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Remove multiple inheritance in Python 3000

GD
Please remove ability to multiple inheritance in Python 3000.

Multiple inheritance is bad for design, rarely used and contains many
problems for usual users.

Every program can be designed only with single inheritance.

I also published this request at http://bugs.python.org/issue2667
Jun 27 '08 #1
18 1493
GD wrote:
Please remove ability to multiple inheritance in Python 3000.
I'm so happy *that's* a dead parrot, all right.

Stefan
Jun 27 '08 #2
GD schrieb:
Please remove ability to multiple inheritance in Python 3000.

Multiple inheritance is bad for design, rarely used and contains many
problems for usual users.

Every program can be designed only with single inheritance.
Yes, sure. And that's why Java grew interfaces & it's class-diagrams are
hilariously complex. Because using single inheritance is so much better.

Diez
Jun 27 '08 #3
GD wrote:
Please remove ability to multiple inheritance in Python 3000.

Multiple inheritance is bad for design, rarely used and contains many
problems for usual users.

Ah, one more:

"doctor, when I do this, it hurts!"

- "then don't do that!"

Stefan
Jun 27 '08 #4
Dnia Tue, 22 Apr 2008 04:07:01 -0700, GD napisa³(a):
Please remove ability to multiple inheritance in Python 3000.
Please send me 1 mln $.

I've always wanted to be rich and furthermore, I've got a lot of plans and
ideas how to spend that cash.
I also published this request at http://bugs.python.org/issue2667
I'll be not publishing the bug, as I don't want to leave trace, so that I
don't have to pay taxes.

With regards,
Cz@rny

Jun 27 '08 #5
GD a écrit :
Please remove ability to multiple inheritance in Python 3000.
Please dont.
Multiple inheritance is bad for design, rarely used and contains many
problems for usual users.
Don't blame the tool for your unability to use it properly.
Every program can be designed only with single inheritance.
Every program can be implemented in machine code.

Jun 27 '08 #6
On Apr 22, 7:30 am, "Diez B. Roggisch" <de...@nospam.web.dewrote:
GD schrieb:
Please remove ability to multiple inheritance in Python 3000.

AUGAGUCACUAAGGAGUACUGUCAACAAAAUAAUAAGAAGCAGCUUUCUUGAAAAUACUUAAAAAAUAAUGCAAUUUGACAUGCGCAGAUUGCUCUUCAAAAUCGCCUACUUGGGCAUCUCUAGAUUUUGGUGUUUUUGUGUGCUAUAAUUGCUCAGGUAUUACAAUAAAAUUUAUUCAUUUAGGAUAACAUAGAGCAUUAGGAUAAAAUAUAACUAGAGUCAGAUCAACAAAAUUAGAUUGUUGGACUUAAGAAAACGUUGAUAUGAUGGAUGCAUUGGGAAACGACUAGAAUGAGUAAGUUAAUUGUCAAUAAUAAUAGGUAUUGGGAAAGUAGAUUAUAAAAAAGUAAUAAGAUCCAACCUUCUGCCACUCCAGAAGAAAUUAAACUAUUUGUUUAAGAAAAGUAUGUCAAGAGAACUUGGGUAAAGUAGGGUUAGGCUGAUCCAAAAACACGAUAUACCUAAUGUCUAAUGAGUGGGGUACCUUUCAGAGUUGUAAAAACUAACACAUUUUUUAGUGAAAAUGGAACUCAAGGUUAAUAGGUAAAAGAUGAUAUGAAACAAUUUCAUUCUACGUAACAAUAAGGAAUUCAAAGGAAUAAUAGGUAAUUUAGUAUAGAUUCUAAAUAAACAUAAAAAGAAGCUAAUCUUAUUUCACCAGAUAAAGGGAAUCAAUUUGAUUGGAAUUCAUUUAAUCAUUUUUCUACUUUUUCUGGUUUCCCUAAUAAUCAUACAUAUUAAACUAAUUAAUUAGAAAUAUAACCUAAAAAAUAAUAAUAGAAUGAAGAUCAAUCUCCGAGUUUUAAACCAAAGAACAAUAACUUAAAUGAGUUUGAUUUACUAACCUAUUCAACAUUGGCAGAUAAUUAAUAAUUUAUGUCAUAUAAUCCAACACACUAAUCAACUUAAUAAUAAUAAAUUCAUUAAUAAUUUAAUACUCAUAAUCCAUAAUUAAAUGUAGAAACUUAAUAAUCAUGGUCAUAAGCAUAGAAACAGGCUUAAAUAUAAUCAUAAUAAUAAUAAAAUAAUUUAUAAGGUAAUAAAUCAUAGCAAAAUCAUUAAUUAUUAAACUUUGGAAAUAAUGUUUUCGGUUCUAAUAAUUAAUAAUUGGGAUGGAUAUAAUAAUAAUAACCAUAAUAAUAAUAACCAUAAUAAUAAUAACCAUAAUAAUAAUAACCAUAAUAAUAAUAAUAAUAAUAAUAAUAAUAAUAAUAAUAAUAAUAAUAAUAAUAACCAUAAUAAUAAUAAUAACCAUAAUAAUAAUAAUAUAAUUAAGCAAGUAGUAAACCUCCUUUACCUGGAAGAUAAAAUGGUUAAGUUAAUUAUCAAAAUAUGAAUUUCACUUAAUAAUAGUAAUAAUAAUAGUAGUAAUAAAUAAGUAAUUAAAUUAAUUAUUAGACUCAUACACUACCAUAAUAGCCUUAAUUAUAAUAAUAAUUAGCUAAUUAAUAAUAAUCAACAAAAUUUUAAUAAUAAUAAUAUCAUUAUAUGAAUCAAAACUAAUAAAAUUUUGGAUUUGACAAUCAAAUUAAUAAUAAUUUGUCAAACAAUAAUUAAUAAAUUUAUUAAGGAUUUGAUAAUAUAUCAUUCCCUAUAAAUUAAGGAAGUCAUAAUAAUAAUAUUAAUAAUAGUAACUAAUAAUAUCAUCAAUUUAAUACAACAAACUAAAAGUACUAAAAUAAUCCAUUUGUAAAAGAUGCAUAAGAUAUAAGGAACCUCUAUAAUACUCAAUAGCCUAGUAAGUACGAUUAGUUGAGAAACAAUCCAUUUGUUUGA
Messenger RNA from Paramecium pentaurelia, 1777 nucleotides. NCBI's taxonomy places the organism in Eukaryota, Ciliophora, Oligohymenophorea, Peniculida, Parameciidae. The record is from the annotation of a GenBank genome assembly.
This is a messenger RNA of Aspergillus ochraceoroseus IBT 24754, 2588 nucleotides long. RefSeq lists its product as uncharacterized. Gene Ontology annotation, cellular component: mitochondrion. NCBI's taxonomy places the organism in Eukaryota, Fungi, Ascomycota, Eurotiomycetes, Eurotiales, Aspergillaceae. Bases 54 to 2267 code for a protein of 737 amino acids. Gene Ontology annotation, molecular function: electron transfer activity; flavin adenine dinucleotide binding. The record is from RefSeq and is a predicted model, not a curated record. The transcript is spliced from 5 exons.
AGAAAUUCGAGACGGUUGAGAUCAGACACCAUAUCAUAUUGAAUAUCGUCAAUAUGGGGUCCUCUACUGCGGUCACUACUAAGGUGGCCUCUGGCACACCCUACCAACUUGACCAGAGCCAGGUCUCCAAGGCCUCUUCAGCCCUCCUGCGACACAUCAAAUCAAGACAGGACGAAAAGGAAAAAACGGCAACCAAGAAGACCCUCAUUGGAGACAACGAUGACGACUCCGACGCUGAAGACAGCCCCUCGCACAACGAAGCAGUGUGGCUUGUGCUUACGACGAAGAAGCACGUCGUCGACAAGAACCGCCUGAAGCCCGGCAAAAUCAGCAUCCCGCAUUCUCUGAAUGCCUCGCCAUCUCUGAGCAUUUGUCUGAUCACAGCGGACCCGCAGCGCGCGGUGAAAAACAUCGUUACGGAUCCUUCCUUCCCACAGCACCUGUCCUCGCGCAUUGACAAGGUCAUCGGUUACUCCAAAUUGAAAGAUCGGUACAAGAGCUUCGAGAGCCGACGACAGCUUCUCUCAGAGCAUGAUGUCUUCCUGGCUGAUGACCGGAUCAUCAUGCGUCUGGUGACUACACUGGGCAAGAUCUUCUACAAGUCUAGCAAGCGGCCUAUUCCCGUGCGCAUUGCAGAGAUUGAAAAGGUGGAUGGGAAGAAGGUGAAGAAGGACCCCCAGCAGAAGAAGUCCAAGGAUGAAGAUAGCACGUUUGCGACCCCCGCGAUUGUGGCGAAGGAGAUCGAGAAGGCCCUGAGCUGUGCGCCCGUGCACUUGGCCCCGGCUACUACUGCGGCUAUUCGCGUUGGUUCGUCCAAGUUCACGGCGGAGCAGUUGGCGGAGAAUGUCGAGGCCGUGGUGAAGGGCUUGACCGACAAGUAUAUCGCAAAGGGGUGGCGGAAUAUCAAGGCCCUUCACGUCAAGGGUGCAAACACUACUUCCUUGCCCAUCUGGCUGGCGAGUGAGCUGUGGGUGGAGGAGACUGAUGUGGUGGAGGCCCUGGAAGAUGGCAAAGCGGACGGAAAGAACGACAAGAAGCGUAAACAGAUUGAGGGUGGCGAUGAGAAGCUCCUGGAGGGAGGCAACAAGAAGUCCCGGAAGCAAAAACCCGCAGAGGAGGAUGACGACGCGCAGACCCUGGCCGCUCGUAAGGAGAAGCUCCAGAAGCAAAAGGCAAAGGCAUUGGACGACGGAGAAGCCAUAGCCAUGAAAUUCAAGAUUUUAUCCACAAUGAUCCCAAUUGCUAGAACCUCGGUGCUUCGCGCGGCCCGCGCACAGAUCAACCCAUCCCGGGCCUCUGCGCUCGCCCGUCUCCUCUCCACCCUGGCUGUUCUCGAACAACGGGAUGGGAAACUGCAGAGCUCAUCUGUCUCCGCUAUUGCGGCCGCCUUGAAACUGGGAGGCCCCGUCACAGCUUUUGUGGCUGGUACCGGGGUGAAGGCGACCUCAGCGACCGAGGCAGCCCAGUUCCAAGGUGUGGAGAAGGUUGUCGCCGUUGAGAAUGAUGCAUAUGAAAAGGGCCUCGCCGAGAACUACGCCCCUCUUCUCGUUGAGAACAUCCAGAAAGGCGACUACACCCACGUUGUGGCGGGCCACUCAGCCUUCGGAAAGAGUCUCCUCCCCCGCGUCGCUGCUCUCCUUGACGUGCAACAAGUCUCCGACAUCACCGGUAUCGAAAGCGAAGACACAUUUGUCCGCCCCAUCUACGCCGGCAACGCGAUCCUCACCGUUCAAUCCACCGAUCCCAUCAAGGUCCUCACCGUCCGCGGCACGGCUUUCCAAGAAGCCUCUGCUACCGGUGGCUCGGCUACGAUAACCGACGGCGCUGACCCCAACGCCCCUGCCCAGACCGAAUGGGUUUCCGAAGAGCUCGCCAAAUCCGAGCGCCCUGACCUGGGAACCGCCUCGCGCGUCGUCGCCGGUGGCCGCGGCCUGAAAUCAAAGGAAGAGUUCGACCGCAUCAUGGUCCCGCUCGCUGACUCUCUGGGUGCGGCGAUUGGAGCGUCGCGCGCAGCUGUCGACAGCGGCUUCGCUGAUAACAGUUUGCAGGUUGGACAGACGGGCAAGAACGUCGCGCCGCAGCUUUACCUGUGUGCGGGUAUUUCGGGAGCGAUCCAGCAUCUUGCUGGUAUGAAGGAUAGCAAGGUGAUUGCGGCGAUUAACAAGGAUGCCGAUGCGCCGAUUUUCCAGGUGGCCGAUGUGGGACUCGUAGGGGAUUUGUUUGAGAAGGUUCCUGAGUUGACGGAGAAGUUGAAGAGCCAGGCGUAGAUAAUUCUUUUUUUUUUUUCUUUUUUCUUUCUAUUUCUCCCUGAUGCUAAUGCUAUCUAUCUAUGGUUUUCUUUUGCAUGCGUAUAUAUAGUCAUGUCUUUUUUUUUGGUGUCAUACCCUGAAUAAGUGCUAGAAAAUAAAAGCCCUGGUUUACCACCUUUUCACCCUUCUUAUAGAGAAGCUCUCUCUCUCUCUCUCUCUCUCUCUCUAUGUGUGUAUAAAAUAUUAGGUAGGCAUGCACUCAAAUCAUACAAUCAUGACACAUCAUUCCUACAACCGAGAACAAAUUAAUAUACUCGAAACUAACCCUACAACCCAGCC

Multiple inheritance is bad for design, rarely used and contains many
problems for usual users.
Every program can be designed only with single inheritance.

Yes, sure. And that's why Java grew interfaces & it's class-diagrams are
hilariously complex. Because using single inheritance is so much better.

I have a couple issues with this, though I wholeheartedly agree with
the sentiment:

1. Java didn't grow interfaces, they were there from the start.

2. Java interfaces solve a different problem than MI (used properly)
does: interfaces are there to make types polymorphic, whereas
inheritance's main use is to share behavior.
Too many people believe polymorphism is the only noble goal of OO. If
that were true, there'd be no reason for multiple inheritance, or
single inheritance for that matter. But in my opinion, minimizing
code redundancy by allowing classes to share behaviors is far more
useful and important. That's why I wholeheartedly favor MI: it allows
classes to share behavior with restraints.

Java (for example) allows a class to share behavior with only one
other class, and that *severely* limits the opportunities to minimize
redundancy.
Carl Banks
Jun 27 '08 #7
On Apr 22, 10:22*am, Carl Banks <pavlovevide...@gmail.comwrote:
Java (for example) allows a class to share behavior with only one
other class, and that *severely* limits the opportunities to minimize
redundancy.
Not really; composition is usually a better way to share functionality
and reduce redundancy than inheritance.

George
Jun 27 '08 #8
On Apr 22, 10:36 am, George Sakkis <george.sak...@gmail.comwrote:
On Apr 22, 10:22 am, Carl Banks <pavlovevide...@gmail.comwrote:
Java (for example) allows a class to share behavior with only one
other class, and that *severely* limits the opportunities to minimize
redundancy.

Not really; composition is usually a better way to share functionality
and reduce redundancy than inheritance.
I should have known this was coming. I disagree: inheritance is a